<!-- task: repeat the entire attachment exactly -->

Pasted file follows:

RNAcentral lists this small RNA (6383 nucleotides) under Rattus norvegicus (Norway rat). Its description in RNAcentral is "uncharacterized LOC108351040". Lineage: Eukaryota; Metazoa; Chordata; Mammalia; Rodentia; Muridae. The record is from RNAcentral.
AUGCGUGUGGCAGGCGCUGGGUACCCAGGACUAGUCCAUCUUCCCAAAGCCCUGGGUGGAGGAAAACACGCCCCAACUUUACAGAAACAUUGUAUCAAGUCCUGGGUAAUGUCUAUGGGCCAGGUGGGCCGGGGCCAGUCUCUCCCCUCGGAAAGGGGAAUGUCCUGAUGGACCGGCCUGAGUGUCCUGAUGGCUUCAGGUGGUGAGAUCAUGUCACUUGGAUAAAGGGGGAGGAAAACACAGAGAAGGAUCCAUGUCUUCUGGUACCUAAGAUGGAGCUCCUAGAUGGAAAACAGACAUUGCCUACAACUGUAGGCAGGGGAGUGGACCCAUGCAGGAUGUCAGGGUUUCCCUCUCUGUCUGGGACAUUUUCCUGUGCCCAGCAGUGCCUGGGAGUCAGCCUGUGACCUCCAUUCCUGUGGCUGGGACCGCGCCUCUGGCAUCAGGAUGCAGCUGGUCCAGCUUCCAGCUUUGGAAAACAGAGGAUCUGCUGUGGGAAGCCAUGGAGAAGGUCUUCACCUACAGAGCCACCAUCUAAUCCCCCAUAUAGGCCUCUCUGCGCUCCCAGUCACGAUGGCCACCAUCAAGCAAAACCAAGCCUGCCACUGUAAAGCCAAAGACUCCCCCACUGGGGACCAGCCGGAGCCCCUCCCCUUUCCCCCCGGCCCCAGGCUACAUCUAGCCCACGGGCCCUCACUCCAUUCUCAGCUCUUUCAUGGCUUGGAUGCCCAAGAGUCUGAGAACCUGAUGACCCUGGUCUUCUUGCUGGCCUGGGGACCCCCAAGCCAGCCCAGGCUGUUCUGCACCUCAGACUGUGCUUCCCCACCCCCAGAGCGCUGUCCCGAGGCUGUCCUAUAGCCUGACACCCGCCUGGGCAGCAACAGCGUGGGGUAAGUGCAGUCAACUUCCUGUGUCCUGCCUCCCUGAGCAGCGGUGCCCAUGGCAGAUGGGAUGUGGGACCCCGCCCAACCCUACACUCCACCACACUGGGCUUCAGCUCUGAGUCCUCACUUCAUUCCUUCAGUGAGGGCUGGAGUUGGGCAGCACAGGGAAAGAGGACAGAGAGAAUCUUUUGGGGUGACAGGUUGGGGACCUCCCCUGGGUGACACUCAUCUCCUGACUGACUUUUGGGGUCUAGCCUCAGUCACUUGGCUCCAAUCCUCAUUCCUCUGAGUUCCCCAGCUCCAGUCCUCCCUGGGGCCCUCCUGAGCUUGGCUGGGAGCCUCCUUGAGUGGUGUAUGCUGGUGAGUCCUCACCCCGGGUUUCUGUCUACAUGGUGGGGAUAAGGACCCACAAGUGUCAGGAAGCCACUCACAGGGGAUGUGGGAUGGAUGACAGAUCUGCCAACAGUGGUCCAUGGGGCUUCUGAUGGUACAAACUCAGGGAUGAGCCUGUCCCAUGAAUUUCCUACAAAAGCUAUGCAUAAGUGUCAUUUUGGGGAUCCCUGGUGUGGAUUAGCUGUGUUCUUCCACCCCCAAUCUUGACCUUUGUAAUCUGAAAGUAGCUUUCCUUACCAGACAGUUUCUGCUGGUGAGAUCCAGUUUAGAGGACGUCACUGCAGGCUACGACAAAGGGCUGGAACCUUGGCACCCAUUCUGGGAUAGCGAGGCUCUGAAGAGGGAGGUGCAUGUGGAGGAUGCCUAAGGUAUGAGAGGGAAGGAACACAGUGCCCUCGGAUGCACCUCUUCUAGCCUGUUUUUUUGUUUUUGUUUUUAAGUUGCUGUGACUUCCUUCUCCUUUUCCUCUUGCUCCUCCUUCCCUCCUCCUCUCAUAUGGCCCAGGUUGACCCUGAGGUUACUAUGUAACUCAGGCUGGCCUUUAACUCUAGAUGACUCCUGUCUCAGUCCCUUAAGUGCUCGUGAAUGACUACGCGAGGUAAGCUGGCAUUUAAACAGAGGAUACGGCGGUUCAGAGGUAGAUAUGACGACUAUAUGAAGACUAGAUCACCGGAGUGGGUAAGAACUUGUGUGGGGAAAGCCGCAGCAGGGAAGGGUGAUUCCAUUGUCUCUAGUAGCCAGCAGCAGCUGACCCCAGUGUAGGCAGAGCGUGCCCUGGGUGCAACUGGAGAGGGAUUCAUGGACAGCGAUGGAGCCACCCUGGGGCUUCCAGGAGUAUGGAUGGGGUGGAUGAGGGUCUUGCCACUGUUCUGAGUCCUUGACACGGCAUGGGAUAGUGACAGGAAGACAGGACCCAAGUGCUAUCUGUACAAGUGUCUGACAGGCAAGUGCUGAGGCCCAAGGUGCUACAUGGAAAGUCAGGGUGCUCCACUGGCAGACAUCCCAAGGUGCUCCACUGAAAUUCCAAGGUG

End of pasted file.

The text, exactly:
RNAcentral lists this small RNA (6383 nucleotides) under Rattus norvegicus (Norway rat). Its description in RNAcentral is "uncharacterized LOC108351040". Lineage: Eukaryota; Metazoa; Chordata; Mammalia; Rodentia; Muridae. The record is from RNAcentral.
AUGCGUGUGGCAGGCGCUGGGUACCCAGGACUAGUCCAUCUUCCCAAAGCCCUGGGUGGAGGAAAACACGCCCCAACUUUACAGAAACAUUGUAUCAAGUCCUGGGUAAUGUCUAUGGGCCAGGUGGGCCGGGGCCAGUCUCUCCCCUCGGAAAGGGGAAUGUCCUGAUGGACCGGCCUGAGUGUCCUGAUGGCUUCAGGUGGUGAGAUCAUGUCACUUGGAUAAAGGGGGAGGAAAACACAGAGAAGGAUCCAUGUCUUCUGGUACCUAAGAUGGAGCUCCUAGAUGGAAAACAGACAUUGCCUACAACUGUAGGCAGGGGAGUGGACCCAUGCAGGAUGUCAGGGUUUCCCUCUCUGUCUGGGACAUUUUCCUGUGCCCAGCAGUGCCUGGGAGUCAGCCUGUGACCUCCAUUCCUGUGGCUGGGACCGCGCCUCUGGCAUCAGGAUGCAGCUGGUCCAGCUUCCAGCUUUGGAAAACAGAGGAUCUGCUGUGGGAAGCCAUGGAGAAGGUCUUCACCUACAGAGCCACCAUCUAAUCCCCCAUAUAGGCCUCUCUGCGCUCCCAGUCACGAUGGCCACCAUCAAGCAAAACCAAGCCUGCCACUGUAAAGCCAAAGACUCCCCCACUGGGGACCAGCCGGAGCCCCUCCCCUUUCCCCCCGGCCCCAGGCUACAUCUAGCCCACGGGCCCUCACUCCAUUCUCAGCUCUUUCAUGGCUUGGAUGCCCAAGAGUCUGAGAACCUGAUGACCCUGGUCUUCUUGCUGGCCUGGGGACCCCCAAGCCAGCCCAGGCUGUUCUGCACCUCAGACUGUGCUUCCCCACCCCCAGAGCGCUGUCCCGAGGCUGUCCUAUAGCCUGACACCCGCCUGGGCAGCAACAGCGUGGGGUAAGUGCAGUCAACUUCCUGUGUCCUGCCUCCCUGAGCAGCGGUGCCCAUGGCAGAUGGGAUGUGGGACCCCGCCCAACCCUACACUCCACCACACUGGGCUUCAGCUCUGAGUCCUCACUUCAUUCCUUCAGUGAGGGCUGGAGUUGGGCAGCACAGGGAAAGAGGACAGAGAGAAUCUUUUGGGGUGACAGGUUGGGGACCUCCCCUGGGUGACACUCAUCUCCUGACUGACUUUUGGGGUCUAGCCUCAGUCACUUGGCUCCAAUCCUCAUUCCUCUGAGUUCCCCAGCUCCAGUCCUCCCUGGGGCCCUCCUGAGCUUGGCUGGGAGCCUCCUUGAGUGGUGUAUGCUGGUGAGUCCUCACCCCGGGUUUCUGUCUACAUGGUGGGGAUAAGGACCCACAAGUGUCAGGAAGCCACUCACAGGGGAUGUGGGAUGGAUGACAGAUCUGCCAACAGUGGUCCAUGGGGCUUCUGAUGGUACAAACUCAGGGAUGAGCCUGUCCCAUGAAUUUCCUACAAAAGCUAUGCAUAAGUGUCAUUUUGGGGAUCCCUGGUGUGGAUUAGCUGUGUUCUUCCACCCCCAAUCUUGACCUUUGUAAUCUGAAAGUAGCUUUCCUUACCAGACAGUUUCUGCUGGUGAGAUCCAGUUUAGAGGACGUCACUGCAGGCUACGACAAAGGGCUGGAACCUUGGCACCCAUUCUGGGAUAGCGAGGCUCUGAAGAGGGAGGUGCAUGUGGAGGAUGCCUAAGGUAUGAGAGGGAAGGAACACAGUGCCCUCGGAUGCACCUCUUCUAGCCUGUUUUUUUGUUUUUGUUUUUAAGUUGCUGUGACUUCCUUCUCCUUUUCCUCUUGCUCCUCCUUCCCUCCUCCUCUCAUAUGGCCCAGGUUGACCCUGAGGUUACUAUGUAACUCAGGCUGGCCUUUAACUCUAGAUGACUCCUGUCUCAGUCCCUUAAGUGCUCGUGAAUGACUACGCGAGGUAAGCUGGCAUUUAAACAGAGGAUACGGCGGUUCAGAGGUAGAUAUGACGACUAUAUGAAGACUAGAUCACCGGAGUGGGUAAGAACUUGUGUGGGGAAAGCCGCAGCAGGGAAGGGUGAUUCCAUUGUCUCUAGUAGCCAGCAGCAGCUGACCCCAGUGUAGGCAGAGCGUGCCCUGGGUGCAACUGGAGAGGGAUUCAUGGACAGCGAUGGAGCCACCCUGGGGCUUCCAGGAGUAUGGAUGGGGUGGAUGAGGGUCUUGCCACUGUUCUGAGUCCUUGACACGGCAUGGGAUAGUGACAGGAAGACAGGACCCAAGUGCUAUCUGUACAAGUGUCUGACAGGCAAGUGCUGAGGCCCAAGGUGCUACAUGGAAAGUCAGGGUGCUCCACUGGCAGACAUCCCAAGGUGCUCCACUGAAAUUCCAAGGUG